Memorials of Reverence

Memorial Day_Remember and Honor

Memorial Day, originally known as Decoration Day, commemorates those heroes who’ve died in service of the United States of America. This solemn occasion is rooted in honor of those who gave their lives during the Civil War (1861 to 1865). Ever since U.S. General John Logan, Commander of the Grand Army of the Republic, proclaimed the 30th of May as the official date in 1868, honor has been given to those who gave their lives defending their country.

On May 5, 1868, General Logan gave General Order No. 11 which proclaimed,

“The 30th of May, 1868, is designated for the purpose of strewing with flowers, or otherwise decorating the graves of comrades who died in defense of their country during the late rebellion, and whose bodies now lie in almost every city, village and hamlet churchyard in the land.”

Today, Americans continue carrying out the proclamation. Graves are still decorated with markers, flowers, and flags in cemeteries all around the country in memory of these brave, dedicated soldiers. The solemn occasion also features speeches, services, parades and even old war movies to express appreciation for our heroes. All of these traditions mark Memorial Day as a time to pay reverence to those who sacrificed their lives, fortunes and sacred honor to preserve our precious freedom.

Speaking of Memorial Day, I am reminded of the memorial stones that were laid during the time of Joshua in the Bible. Just as we mark our holiday with decorations and events that show reverence to our heroes, God commanded Joshua to incorporate a very sacred occasion with memorials. But, unlike using these memorial stones to remember fallen soldiers, they were used to remind future generations that a new leader in Joshua has been chosen. And now he is bringing them to a new land promised to them for all time under God’s providence and power.

So Joshua called the twelve men whom he had appointed from the sons of Israel, one man from each tribe; and Joshua said to them, “Cross again to the ark of the Lord your God into the middle of the Jordan, and each of you take up a stone on his shoulder, according to the number of the tribes of the sons of Israel. Let this be a sign among you, so that when your children ask later, saying, ‘What do these stones mean to you?’ then you shall say to them, ‘Because the waters of the Jordan were cut off before the ark of the covenant of the Lord; when it crossed the Jordan, the waters of the Jordan were cut off.’ So these stones shall become a memorial to the sons of Israel forever. (Joshua 4:4-7, New American Standard Bible, NASB.)

The crossing of the Jordan River was a momentous event. Israel’s great leader and lawgiver, Moses, who delivered the people from Egyptian bondage and led them through 40 years of wandering in the wilderness, had died. They were just about to enter the land promised to them from the time of Abraham. It was now time for Joshua, Moses’ successor, to lead the people across the Jordan River to establish them in the land given to them by God.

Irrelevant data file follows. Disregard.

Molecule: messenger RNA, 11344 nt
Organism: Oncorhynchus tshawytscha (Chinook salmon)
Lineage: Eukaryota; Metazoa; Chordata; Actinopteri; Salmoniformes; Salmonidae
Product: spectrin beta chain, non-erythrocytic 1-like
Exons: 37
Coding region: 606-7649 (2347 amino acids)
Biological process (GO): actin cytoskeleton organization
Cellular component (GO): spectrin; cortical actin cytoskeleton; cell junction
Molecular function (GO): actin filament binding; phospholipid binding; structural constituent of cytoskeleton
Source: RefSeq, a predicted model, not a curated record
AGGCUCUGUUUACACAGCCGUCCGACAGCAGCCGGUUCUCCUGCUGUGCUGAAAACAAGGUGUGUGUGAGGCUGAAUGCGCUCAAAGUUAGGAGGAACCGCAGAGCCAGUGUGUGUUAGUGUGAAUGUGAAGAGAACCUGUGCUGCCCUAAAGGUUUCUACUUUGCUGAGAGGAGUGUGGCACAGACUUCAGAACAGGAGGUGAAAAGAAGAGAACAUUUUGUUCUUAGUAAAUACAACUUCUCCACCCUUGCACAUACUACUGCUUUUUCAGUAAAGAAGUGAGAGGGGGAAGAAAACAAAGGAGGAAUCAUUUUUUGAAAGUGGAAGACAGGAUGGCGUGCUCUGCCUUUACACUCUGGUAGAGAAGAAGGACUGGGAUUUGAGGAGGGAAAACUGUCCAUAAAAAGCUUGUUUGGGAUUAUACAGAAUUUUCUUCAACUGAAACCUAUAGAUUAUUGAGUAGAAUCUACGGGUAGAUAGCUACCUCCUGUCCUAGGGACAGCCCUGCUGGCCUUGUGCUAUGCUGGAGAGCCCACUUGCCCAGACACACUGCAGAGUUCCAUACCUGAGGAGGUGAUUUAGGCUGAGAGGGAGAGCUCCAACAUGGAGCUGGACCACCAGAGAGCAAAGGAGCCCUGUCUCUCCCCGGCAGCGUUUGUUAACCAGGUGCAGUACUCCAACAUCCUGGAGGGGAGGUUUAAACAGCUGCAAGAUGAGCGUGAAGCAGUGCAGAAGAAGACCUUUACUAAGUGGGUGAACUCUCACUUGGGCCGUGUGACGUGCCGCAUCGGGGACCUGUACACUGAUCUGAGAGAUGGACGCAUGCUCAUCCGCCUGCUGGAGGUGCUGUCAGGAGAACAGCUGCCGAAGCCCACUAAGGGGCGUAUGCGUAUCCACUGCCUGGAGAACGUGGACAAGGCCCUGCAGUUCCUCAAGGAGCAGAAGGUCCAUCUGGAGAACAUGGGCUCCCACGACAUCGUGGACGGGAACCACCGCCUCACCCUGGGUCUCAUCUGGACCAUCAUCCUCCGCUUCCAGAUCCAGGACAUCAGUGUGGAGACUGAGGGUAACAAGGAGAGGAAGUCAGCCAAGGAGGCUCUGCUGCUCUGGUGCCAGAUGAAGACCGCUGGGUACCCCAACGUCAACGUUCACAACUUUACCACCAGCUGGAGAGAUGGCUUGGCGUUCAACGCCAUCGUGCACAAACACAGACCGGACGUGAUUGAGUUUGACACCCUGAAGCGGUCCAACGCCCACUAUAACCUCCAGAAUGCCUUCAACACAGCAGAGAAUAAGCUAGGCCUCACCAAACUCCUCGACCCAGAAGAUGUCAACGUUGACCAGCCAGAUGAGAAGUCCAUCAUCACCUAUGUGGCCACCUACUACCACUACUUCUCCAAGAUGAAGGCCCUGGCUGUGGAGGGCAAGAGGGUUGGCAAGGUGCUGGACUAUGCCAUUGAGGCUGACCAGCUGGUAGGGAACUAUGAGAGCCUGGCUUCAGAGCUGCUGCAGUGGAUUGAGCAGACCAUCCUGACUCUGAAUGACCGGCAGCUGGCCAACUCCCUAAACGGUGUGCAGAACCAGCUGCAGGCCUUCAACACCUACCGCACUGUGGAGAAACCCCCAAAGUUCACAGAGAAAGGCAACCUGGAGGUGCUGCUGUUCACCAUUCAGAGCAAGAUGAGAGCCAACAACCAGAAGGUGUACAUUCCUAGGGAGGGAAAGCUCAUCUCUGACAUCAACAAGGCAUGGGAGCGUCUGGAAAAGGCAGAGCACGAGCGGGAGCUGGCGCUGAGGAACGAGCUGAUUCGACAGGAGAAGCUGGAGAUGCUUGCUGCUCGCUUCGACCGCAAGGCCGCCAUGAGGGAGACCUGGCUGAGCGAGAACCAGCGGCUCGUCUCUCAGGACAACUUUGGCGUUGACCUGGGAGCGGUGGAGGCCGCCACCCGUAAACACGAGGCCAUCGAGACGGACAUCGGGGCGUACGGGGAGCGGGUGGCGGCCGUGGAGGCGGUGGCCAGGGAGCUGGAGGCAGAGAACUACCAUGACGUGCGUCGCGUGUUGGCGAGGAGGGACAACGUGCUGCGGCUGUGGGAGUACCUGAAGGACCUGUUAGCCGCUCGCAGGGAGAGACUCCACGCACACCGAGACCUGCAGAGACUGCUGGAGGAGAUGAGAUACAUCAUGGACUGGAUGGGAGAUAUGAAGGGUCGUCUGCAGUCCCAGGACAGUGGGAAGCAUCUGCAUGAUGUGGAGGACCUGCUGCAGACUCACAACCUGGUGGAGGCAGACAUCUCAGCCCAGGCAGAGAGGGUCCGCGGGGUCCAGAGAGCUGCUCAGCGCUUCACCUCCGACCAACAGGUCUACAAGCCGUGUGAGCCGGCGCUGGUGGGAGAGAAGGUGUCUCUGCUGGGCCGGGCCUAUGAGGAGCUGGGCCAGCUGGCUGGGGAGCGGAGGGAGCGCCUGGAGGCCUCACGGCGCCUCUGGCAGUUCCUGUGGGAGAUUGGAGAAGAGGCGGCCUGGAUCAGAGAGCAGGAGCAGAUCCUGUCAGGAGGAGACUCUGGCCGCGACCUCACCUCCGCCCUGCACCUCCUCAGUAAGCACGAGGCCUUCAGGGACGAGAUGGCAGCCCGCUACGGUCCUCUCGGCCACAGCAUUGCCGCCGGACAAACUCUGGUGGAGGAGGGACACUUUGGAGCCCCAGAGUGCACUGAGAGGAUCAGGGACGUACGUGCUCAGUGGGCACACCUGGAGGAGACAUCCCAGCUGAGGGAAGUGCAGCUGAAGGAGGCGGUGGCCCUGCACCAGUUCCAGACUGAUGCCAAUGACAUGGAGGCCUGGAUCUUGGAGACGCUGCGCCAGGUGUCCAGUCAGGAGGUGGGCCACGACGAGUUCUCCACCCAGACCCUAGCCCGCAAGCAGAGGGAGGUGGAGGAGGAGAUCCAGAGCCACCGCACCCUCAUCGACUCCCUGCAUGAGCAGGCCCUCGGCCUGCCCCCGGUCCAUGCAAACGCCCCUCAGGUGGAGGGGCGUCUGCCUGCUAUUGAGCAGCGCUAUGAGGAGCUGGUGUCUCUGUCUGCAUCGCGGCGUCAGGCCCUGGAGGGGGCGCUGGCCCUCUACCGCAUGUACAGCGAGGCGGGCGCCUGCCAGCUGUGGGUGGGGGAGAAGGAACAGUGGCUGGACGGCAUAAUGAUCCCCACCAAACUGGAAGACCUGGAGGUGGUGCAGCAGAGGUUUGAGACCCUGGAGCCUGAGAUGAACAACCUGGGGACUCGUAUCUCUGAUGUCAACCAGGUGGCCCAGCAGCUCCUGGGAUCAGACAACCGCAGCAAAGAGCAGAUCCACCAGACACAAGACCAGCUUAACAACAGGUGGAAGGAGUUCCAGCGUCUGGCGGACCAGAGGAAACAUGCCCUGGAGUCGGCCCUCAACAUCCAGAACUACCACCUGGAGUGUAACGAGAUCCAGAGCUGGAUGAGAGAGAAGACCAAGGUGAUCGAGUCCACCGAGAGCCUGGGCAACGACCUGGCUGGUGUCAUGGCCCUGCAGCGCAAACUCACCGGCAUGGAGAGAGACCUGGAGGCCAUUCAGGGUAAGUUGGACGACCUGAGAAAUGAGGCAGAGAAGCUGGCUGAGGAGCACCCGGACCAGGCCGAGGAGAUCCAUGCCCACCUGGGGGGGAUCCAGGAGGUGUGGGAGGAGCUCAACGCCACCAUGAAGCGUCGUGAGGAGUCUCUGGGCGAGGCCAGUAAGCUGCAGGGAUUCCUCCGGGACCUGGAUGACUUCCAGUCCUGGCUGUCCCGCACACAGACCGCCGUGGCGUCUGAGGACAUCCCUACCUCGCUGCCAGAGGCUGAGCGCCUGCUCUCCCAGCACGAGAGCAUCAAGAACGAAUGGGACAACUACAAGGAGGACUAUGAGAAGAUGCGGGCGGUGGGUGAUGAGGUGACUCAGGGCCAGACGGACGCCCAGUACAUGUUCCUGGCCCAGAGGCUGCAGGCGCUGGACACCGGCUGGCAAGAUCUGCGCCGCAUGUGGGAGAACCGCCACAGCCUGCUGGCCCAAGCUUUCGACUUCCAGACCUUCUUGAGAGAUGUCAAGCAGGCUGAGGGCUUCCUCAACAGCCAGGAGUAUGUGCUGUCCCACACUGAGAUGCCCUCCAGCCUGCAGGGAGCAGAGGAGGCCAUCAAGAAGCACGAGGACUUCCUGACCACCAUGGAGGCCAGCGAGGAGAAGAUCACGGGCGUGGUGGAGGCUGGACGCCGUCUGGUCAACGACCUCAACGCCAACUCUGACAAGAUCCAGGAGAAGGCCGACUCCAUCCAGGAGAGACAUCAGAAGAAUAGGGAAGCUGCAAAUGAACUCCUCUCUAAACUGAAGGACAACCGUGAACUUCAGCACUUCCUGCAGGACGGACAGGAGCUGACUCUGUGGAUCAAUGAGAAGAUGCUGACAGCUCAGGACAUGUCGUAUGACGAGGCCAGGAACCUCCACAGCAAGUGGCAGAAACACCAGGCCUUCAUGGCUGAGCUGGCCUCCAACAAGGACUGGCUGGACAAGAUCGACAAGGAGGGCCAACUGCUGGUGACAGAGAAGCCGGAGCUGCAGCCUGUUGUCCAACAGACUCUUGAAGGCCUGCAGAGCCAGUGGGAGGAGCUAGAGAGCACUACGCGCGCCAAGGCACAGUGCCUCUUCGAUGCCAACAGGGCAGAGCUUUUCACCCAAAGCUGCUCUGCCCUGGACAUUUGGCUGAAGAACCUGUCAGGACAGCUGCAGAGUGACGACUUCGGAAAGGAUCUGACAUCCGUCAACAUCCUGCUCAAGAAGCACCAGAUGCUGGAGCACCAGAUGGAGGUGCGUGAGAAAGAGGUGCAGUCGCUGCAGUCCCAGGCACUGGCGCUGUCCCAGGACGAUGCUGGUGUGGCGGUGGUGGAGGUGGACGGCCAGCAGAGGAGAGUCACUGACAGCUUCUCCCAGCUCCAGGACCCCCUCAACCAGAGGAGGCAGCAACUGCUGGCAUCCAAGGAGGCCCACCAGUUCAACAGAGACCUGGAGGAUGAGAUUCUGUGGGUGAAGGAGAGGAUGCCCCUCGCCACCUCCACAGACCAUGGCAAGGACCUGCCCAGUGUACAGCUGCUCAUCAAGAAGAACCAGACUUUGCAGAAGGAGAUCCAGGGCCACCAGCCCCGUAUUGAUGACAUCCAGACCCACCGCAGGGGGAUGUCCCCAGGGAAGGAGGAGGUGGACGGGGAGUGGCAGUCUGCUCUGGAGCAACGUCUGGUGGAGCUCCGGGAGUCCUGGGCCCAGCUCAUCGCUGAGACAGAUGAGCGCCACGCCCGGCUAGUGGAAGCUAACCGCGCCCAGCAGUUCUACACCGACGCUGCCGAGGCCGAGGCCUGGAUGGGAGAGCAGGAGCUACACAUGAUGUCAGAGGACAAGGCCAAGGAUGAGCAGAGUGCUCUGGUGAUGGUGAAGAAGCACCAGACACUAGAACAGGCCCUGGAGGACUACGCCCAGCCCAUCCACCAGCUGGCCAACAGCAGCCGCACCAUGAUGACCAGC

Two sets of memorials in the form of stone monuments commemorating the crossing of the Jordan River on dry ground were erected. One set of 12 memorial stones (one for each tribe representative who carried a stone) were placed in the bed of the river. The other set of 12 memorial stones were placed at Gilgal, the site of their first encampment after their crossing. Gilgal means “a circle of stones.” These were to serve as sacred memorials reminding generations to come of the power of the Lord in their quest to occupy the land he gave them long before (Josh. 4:19-24).

These memorial stones signifying the crossing of the Jordan reminded the people of all that God had done to save Israel and carry out his plans for the nation. It has been compared to salvation —from a dry, barren wilderness to a new land of prosperity and beauty; from an old life of sin to a new life of grace; from leaving a life of wandering to a life of purpose and meaning.

In a way, the memorial stones set up by Joshua are not unlike the objects we use to show our reverence on Memorial Day. The memorials then and now get us to think about the past and remember what it took to get where we are. Both memorials help each generation to appreciate the efforts put forth by those before us who gave for a greater cause. And they also serve to remind us that a better and brighter day for those in Christ is coming— when we cross over from wandering day to day in this present mortal existence to the new day when we put on immortality and possess the Promised Land in God’s glorious Kingdom.

Let us praise God with memorials of reverence in appreciation for our blessings and all that we enjoy because of those we remember on Memorial Day.

Good News to YOU!
Pastor Michael

P.S. Here is a Memorial Day Tribute to heroes who made the ultimate sacrifice for our freedom:

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